Gamekeepers who helped battle a huge wildfire in Moray have urged investigators to keep an open mind about whether it was set deliberately.
Dozens of firefighters, backed up by gamekeepers, worked for four days to bring the blaze at Knockando – which spread through 23 sq miles of moorlands and forest – under control last month.
An inquiry into the circumstances is expected to be held.
And yesterday, the Scottish Gamekeepers Association said they believed dismissing criminality is premature.
The cost of the damage is still being assessed, but it is expected to run into hundreds of thousands of pounds – with two estate owners preparing for a five-year hit on income from grouse shooting.
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About 1,000 acres of native pinewood was burnt out on Altyre and miles of deer and stock fencing knocked out at Knockando.
Habitats for mountain hares, meadow pipits, skylarks, curlew and adders were also destroyed, along with nesting sites for black grouse lek sites.
Gamekeeper Dave Thomson said: “It appears criminality has been ruled out, but someone or something definitely started the original fire in an area of rewilding on Pitchroy.
“The estate has been severely restricted for 10 years in the controlled muirburn they can do in that area. No heather burning has been allowed at all for three years, on ecologists’ advice, due to historic bird nesting sites in the wind farm.
“Once the fire started one of the main reasons for it getting away was the build-up of fuel load after ending the annual muirburn policy.
“When the fire re-started on April 22, it was then a much bigger job, spreading through Altyre, Knockando and onto Dunphail. No one has seen anything like it.”
Dozens of firefighters tackled the wildfire, which was one of the biggest ever seen in the UK.
More than 50 gamekeepers assisted the crews over four days as the flames spread from Knockando to Dallas with thick smoke seen for miles as it enveloped wind farms in Paul’s Hill and Berryburn.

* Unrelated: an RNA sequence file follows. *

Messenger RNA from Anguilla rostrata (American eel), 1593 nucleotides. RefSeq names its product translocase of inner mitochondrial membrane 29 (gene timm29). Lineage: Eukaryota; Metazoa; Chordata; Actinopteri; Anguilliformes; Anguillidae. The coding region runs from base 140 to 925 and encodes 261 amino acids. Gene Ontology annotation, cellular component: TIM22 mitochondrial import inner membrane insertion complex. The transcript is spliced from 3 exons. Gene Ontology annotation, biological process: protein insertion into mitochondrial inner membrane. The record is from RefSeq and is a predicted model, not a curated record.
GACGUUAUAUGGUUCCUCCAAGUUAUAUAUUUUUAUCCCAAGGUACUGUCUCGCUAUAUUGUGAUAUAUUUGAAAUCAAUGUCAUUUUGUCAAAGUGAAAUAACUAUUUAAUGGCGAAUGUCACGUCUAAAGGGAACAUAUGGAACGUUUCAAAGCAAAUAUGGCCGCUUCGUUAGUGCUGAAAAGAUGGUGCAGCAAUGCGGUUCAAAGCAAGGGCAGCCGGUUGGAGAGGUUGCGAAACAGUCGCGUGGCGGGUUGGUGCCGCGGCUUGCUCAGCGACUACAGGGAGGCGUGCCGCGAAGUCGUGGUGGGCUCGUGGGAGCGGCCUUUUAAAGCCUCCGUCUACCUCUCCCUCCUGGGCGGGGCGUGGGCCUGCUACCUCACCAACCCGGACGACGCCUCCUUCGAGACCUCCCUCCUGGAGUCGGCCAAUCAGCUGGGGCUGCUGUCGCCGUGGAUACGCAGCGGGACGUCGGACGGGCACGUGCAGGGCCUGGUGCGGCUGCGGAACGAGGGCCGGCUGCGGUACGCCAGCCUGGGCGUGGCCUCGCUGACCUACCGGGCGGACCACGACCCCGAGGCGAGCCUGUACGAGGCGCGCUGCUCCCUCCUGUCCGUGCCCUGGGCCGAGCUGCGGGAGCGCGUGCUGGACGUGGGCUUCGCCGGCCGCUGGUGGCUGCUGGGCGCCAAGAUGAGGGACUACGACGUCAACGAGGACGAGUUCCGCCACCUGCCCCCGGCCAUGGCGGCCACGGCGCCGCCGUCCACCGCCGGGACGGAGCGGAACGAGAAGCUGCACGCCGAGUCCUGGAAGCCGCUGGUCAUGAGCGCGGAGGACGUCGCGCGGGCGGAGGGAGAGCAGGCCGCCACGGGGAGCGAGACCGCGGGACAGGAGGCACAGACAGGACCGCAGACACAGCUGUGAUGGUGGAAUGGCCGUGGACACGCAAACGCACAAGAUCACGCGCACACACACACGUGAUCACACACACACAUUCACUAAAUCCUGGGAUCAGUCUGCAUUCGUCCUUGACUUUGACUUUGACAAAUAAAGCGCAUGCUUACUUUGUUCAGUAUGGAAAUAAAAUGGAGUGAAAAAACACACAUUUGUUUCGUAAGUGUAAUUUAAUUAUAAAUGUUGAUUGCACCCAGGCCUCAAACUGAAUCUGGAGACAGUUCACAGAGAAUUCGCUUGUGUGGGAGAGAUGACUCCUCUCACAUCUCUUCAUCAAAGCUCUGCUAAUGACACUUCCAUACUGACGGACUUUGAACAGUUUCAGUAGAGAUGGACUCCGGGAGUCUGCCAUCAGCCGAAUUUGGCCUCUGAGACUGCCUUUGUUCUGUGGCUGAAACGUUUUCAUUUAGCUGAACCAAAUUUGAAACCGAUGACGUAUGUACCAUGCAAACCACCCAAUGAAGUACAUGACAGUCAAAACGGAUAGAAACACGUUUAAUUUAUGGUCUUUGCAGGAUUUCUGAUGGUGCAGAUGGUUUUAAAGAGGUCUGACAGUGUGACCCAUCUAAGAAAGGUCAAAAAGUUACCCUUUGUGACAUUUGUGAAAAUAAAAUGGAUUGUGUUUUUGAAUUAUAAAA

It would have continued spreading into the Cairngorms National Park if controlled muirburn to create firebreaks had not taken place.
Gamekeepers claim if they had not stepped in, commercial forest plantations at Dallas would have been at risk. A house near Tomcork Farm was protected in a similar way.
Allan Hodgson, from the association, said: “If this wildfire had been as a result of muirburn on a grouse moor, there would have been a public outcry.
“The truth is, if controlled muirburn had not been carried out in the area, creating firebreaks, it would have spread more extensively.”
On one flank of the fire, 54 gamekeepers assisted bringing in 16 fogging units, eight leaf blowers, eight heather besoms and eight tractors with specialist equipment.
Heather management and cutting around one of the turbines at Berry Burn Wind Farm provided a safe area for stranded fire crews, stopping them being enveloped.
The Scottish Fire and Rescue Service has since announced its intention is to introduce back burning, a technique used to stop wildfires spreading.
Alex Hogg, chairman of the association, said: “It is encouraging to see the fire service adopting this and we are keen to build on positive relationships with them.
“Thanks to investment by large grouse estates, a lot of specialist equipment and skill was able to be deployed, free of charge. The fire service themselves have admitted that, without that assistance, this fire would have been even worse.”